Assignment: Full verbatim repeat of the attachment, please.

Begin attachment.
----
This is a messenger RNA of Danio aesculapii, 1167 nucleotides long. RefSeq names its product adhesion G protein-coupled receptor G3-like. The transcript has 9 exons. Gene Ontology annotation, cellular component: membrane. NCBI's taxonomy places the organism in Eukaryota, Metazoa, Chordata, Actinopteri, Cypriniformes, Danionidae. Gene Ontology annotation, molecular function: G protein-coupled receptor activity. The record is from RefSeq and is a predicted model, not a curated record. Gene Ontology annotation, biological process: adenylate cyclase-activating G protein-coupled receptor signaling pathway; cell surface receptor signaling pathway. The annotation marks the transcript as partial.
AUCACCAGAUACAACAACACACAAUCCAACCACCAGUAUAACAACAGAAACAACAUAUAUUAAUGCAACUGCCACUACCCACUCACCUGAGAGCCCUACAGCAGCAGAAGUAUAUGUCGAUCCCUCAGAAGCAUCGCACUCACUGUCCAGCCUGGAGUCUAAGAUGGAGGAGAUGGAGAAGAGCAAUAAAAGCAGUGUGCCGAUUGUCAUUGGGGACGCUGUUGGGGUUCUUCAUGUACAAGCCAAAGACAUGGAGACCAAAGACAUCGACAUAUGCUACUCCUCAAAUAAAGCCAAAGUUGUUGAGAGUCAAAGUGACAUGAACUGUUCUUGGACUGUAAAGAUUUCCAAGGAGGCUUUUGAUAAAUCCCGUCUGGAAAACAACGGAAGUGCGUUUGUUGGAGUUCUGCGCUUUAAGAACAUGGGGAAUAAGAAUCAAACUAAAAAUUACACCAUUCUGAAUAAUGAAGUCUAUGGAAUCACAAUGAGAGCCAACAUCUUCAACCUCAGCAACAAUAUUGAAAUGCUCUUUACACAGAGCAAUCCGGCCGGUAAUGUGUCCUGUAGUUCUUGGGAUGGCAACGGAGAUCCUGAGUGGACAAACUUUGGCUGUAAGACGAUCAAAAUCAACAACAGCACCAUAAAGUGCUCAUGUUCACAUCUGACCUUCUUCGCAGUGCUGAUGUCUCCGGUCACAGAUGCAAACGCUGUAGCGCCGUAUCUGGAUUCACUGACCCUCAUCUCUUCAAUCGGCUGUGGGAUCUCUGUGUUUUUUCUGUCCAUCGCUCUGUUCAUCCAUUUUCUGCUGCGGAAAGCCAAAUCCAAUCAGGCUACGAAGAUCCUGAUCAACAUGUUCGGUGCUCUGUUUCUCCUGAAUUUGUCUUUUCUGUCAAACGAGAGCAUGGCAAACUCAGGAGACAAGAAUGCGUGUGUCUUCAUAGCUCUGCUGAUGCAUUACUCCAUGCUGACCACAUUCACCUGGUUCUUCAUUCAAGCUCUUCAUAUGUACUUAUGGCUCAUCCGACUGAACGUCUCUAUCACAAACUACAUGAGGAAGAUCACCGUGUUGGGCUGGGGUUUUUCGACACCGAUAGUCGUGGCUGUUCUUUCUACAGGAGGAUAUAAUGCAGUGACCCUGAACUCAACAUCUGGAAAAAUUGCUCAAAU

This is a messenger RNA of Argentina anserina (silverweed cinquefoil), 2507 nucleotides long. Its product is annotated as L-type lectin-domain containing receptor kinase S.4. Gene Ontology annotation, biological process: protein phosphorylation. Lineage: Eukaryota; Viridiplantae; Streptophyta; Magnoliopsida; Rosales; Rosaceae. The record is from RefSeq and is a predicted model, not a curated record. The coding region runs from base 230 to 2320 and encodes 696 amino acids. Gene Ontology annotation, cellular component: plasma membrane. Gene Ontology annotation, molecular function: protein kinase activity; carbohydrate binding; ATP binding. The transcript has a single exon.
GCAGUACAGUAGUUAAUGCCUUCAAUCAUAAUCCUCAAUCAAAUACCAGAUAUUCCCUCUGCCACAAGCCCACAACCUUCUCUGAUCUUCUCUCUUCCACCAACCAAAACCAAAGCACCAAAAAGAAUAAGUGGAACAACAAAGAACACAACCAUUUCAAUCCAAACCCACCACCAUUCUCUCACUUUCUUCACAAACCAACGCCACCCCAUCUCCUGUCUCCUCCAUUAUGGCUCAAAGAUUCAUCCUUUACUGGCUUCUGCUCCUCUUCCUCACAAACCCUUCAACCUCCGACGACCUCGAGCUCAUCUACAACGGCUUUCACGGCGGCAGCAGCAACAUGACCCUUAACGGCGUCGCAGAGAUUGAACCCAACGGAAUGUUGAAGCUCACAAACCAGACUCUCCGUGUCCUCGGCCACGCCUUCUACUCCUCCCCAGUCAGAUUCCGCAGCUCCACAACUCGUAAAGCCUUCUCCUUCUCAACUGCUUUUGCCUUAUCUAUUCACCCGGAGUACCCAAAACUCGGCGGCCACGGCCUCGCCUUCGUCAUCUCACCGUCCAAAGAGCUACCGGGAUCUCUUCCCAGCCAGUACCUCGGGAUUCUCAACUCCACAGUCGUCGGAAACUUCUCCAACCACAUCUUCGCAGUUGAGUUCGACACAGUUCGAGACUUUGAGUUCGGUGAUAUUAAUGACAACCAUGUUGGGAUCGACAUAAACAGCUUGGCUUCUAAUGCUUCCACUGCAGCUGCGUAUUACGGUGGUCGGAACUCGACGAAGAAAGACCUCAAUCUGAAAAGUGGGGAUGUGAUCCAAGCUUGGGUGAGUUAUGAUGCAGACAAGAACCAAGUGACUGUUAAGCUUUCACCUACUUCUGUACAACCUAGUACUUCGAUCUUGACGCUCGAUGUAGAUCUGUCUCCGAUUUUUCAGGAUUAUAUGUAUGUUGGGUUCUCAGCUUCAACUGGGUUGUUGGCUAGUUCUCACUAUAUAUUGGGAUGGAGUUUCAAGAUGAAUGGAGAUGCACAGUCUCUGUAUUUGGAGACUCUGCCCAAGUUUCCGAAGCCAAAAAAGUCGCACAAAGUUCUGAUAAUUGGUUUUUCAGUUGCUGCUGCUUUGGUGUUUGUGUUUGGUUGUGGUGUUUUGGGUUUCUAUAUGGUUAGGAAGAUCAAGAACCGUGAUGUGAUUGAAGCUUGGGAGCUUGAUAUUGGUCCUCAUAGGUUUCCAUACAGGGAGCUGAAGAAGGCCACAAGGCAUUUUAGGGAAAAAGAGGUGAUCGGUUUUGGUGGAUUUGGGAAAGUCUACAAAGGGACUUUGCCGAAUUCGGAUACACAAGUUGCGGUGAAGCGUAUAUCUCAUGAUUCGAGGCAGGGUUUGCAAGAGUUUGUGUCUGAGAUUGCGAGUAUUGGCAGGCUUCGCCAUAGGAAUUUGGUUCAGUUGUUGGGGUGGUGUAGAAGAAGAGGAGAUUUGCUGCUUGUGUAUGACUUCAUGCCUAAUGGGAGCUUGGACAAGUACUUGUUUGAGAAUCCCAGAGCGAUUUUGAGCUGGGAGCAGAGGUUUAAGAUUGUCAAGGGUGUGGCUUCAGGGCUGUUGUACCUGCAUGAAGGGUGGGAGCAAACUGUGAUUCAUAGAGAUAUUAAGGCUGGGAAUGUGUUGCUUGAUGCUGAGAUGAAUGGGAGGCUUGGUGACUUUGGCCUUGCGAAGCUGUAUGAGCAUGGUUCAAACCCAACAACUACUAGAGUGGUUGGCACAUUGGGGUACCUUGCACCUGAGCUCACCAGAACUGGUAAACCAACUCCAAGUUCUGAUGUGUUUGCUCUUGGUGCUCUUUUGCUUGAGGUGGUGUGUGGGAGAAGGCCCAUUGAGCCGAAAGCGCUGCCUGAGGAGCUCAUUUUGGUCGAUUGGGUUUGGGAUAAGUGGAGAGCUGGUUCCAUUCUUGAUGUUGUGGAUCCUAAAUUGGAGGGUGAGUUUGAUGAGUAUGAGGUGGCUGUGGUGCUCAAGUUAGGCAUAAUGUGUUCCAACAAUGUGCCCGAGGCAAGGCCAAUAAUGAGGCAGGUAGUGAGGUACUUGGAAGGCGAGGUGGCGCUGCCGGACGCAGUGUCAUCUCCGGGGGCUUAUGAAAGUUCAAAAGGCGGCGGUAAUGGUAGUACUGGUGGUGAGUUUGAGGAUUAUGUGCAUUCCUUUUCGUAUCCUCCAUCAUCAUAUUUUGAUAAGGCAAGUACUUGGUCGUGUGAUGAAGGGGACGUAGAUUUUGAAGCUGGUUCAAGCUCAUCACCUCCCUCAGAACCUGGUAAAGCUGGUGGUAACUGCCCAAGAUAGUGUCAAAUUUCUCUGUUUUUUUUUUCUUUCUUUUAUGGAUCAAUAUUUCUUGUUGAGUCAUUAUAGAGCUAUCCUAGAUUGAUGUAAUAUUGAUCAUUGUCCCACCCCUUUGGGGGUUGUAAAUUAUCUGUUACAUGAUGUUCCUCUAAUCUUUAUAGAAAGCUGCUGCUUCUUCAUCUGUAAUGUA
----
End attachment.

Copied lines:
This is a messenger RNA of Danio aesculapii, 1167 nucleotides long. RefSeq names its product adhesion G protein-coupled receptor G3-like. The transcript has 9 exons. Gene Ontology annotation, cellular component: membrane. NCBI's taxonomy places the organism in Eukaryota, Metazoa, Chordata, Actinopteri, Cypriniformes, Danionidae. Gene Ontology annotation, molecular function: G protein-coupled receptor activity. The record is from RefSeq and is a predicted model, not a curated record. Gene Ontology annotation, biological process: adenylate cyclase-activating G protein-coupled receptor signaling pathway; cell surface receptor signaling pathway. The annotation marks the transcript as partial.
AUCACCAGAUACAACAACACACAAUCCAACCACCAGUAUAACAACAGAAACAACAUAUAUUAAUGCAACUGCCACUACCCACUCACCUGAGAGCCCUACAGCAGCAGAAGUAUAUGUCGAUCCCUCAGAAGCAUCGCACUCACUGUCCAGCCUGGAGUCUAAGAUGGAGGAGAUGGAGAAGAGCAAUAAAAGCAGUGUGCCGAUUGUCAUUGGGGACGCUGUUGGGGUUCUUCAUGUACAAGCCAAAGACAUGGAGACCAAAGACAUCGACAUAUGCUACUCCUCAAAUAAAGCCAAAGUUGUUGAGAGUCAAAGUGACAUGAACUGUUCUUGGACUGUAAAGAUUUCCAAGGAGGCUUUUGAUAAAUCCCGUCUGGAAAACAACGGAAGUGCGUUUGUUGGAGUUCUGCGCUUUAAGAACAUGGGGAAUAAGAAUCAAACUAAAAAUUACACCAUUCUGAAUAAUGAAGUCUAUGGAAUCACAAUGAGAGCCAACAUCUUCAACCUCAGCAACAAUAUUGAAAUGCUCUUUACACAGAGCAAUCCGGCCGGUAAUGUGUCCUGUAGUUCUUGGGAUGGCAACGGAGAUCCUGAGUGGACAAACUUUGGCUGUAAGACGAUCAAAAUCAACAACAGCACCAUAAAGUGCUCAUGUUCACAUCUGACCUUCUUCGCAGUGCUGAUGUCUCCGGUCACAGAUGCAAACGCUGUAGCGCCGUAUCUGGAUUCACUGACCCUCAUCUCUUCAAUCGGCUGUGGGAUCUCUGUGUUUUUUCUGUCCAUCGCUCUGUUCAUCCAUUUUCUGCUGCGGAAAGCCAAAUCCAAUCAGGCUACGAAGAUCCUGAUCAACAUGUUCGGUGCUCUGUUUCUCCUGAAUUUGUCUUUUCUGUCAAACGAGAGCAUGGCAAACUCAGGAGACAAGAAUGCGUGUGUCUUCAUAGCUCUGCUGAUGCAUUACUCCAUGCUGACCACAUUCACCUGGUUCUUCAUUCAAGCUCUUCAUAUGUACUUAUGGCUCAUCCGACUGAACGUCUCUAUCACAAACUACAUGAGGAAGAUCACCGUGUUGGGCUGGGGUUUUUCGACACCGAUAGUCGUGGCUGUUCUUUCUACAGGAGGAUAUAAUGCAGUGACCCUGAACUCAACAUCUGGAAAAAUUGCUCAAAU

This is a messenger RNA of Argentina anserina (silverweed cinquefoil), 2507 nucleotides long. Its product is annotated as L-type lectin-domain containing receptor kinase S.4. Gene Ontology annotation, biological process: protein phosphorylation. Lineage: Eukaryota; Viridiplantae; Streptophyta; Magnoliopsida; Rosales; Rosaceae. The record is from RefSeq and is a predicted model, not a curated record. The coding region runs from base 230 to 2320 and encodes 696 amino acids. Gene Ontology annotation, cellular component: plasma membrane. Gene Ontology annotation, molecular function: protein kinase activity; carbohydrate binding; ATP binding. The transcript has a single exon.
GCAGUACAGUAGUUAAUGCCUUCAAUCAUAAUCCUCAAUCAAAUACCAGAUAUUCCCUCUGCCACAAGCCCACAACCUUCUCUGAUCUUCUCUCUUCCACCAACCAAAACCAAAGCACCAAAAAGAAUAAGUGGAACAACAAAGAACACAACCAUUUCAAUCCAAACCCACCACCAUUCUCUCACUUUCUUCACAAACCAACGCCACCCCAUCUCCUGUCUCCUCCAUUAUGGCUCAAAGAUUCAUCCUUUACUGGCUUCUGCUCCUCUUCCUCACAAACCCUUCAACCUCCGACGACCUCGAGCUCAUCUACAACGGCUUUCACGGCGGCAGCAGCAACAUGACCCUUAACGGCGUCGCAGAGAUUGAACCCAACGGAAUGUUGAAGCUCACAAACCAGACUCUCCGUGUCCUCGGCCACGCCUUCUACUCCUCCCCAGUCAGAUUCCGCAGCUCCACAACUCGUAAAGCCUUCUCCUUCUCAACUGCUUUUGCCUUAUCUAUUCACCCGGAGUACCCAAAACUCGGCGGCCACGGCCUCGCCUUCGUCAUCUCACCGUCCAAAGAGCUACCGGGAUCUCUUCCCAGCCAGUACCUCGGGAUUCUCAACUCCACAGUCGUCGGAAACUUCUCCAACCACAUCUUCGCAGUUGAGUUCGACACAGUUCGAGACUUUGAGUUCGGUGAUAUUAAUGACAACCAUGUUGGGAUCGACAUAAACAGCUUGGCUUCUAAUGCUUCCACUGCAGCUGCGUAUUACGGUGGUCGGAACUCGACGAAGAAAGACCUCAAUCUGAAAAGUGGGGAUGUGAUCCAAGCUUGGGUGAGUUAUGAUGCAGACAAGAACCAAGUGACUGUUAAGCUUUCACCUACUUCUGUACAACCUAGUACUUCGAUCUUGACGCUCGAUGUAGAUCUGUCUCCGAUUUUUCAGGAUUAUAUGUAUGUUGGGUUCUCAGCUUCAACUGGGUUGUUGGCUAGUUCUCACUAUAUAUUGGGAUGGAGUUUCAAGAUGAAUGGAGAUGCACAGUCUCUGUAUUUGGAGACUCUGCCCAAGUUUCCGAAGCCAAAAAAGUCGCACAAAGUUCUGAUAAUUGGUUUUUCAGUUGCUGCUGCUUUGGUGUUUGUGUUUGGUUGUGGUGUUUUGGGUUUCUAUAUGGUUAGGAAGAUCAAGAACCGUGAUGUGAUUGAAGCUUGGGAGCUUGAUAUUGGUCCUCAUAGGUUUCCAUACAGGGAGCUGAAGAAGGCCACAAGGCAUUUUAGGGAAAAAGAGGUGAUCGGUUUUGGUGGAUUUGGGAAAGUCUACAAAGGGACUUUGCCGAAUUCGGAUACACAAGUUGCGGUGAAGCGUAUAUCUCAUGAUUCGAGGCAGGGUUUGCAAGAGUUUGUGUCUGAGAUUGCGAGUAUUGGCAGGCUUCGCCAUAGGAAUUUGGUUCAGUUGUUGGGGUGGUGUAGAAGAAGAGGAGAUUUGCUGCUUGUGUAUGACUUCAUGCCUAAUGGGAGCUUGGACAAGUACUUGUUUGAGAAUCCCAGAGCGAUUUUGAGCUGGGAGCAGAGGUUUAAGAUUGUCAAGGGUGUGGCUUCAGGGCUGUUGUACCUGCAUGAAGGGUGGGAGCAAACUGUGAUUCAUAGAGAUAUUAAGGCUGGGAAUGUGUUGCUUGAUGCUGAGAUGAAUGGGAGGCUUGGUGACUUUGGCCUUGCGAAGCUGUAUGAGCAUGGUUCAAACCCAACAACUACUAGAGUGGUUGGCACAUUGGGGUACCUUGCACCUGAGCUCACCAGAACUGGUAAACCAACUCCAAGUUCUGAUGUGUUUGCUCUUGGUGCUCUUUUGCUUGAGGUGGUGUGUGGGAGAAGGCCCAUUGAGCCGAAAGCGCUGCCUGAGGAGCUCAUUUUGGUCGAUUGGGUUUGGGAUAAGUGGAGAGCUGGUUCCAUUCUUGAUGUUGUGGAUCCUAAAUUGGAGGGUGAGUUUGAUGAGUAUGAGGUGGCUGUGGUGCUCAAGUUAGGCAUAAUGUGUUCCAACAAUGUGCCCGAGGCAAGGCCAAUAAUGAGGCAGGUAGUGAGGUACUUGGAAGGCGAGGUGGCGCUGCCGGACGCAGUGUCAUCUCCGGGGGCUUAUGAAAGUUCAAAAGGCGGCGGUAAUGGUAGUACUGGUGGUGAGUUUGAGGAUUAUGUGCAUUCCUUUUCGUAUCCUCCAUCAUCAUAUUUUGAUAAGGCAAGUACUUGGUCGUGUGAUGAAGGGGACGUAGAUUUUGAAGCUGGUUCAAGCUCAUCACCUCCCUCAGAACCUGGUAAAGCUGGUGGUAACUGCCCAAGAUAGUGUCAAAUUUCUCUGUUUUUUUUUUCUUUCUUUUAUGGAUCAAUAUUUCUUGUUGAGUCAUUAUAGAGCUAUCCUAGAUUGAUGUAAUAUUGAUCAUUGUCCCACCCCUUUGGGGGUUGUAAAUUAUCUGUUACAUGAUGUUCCUCUAAUCUUUAUAGAAAGCUGCUGCUUCUUCAUCUGUAAUGUA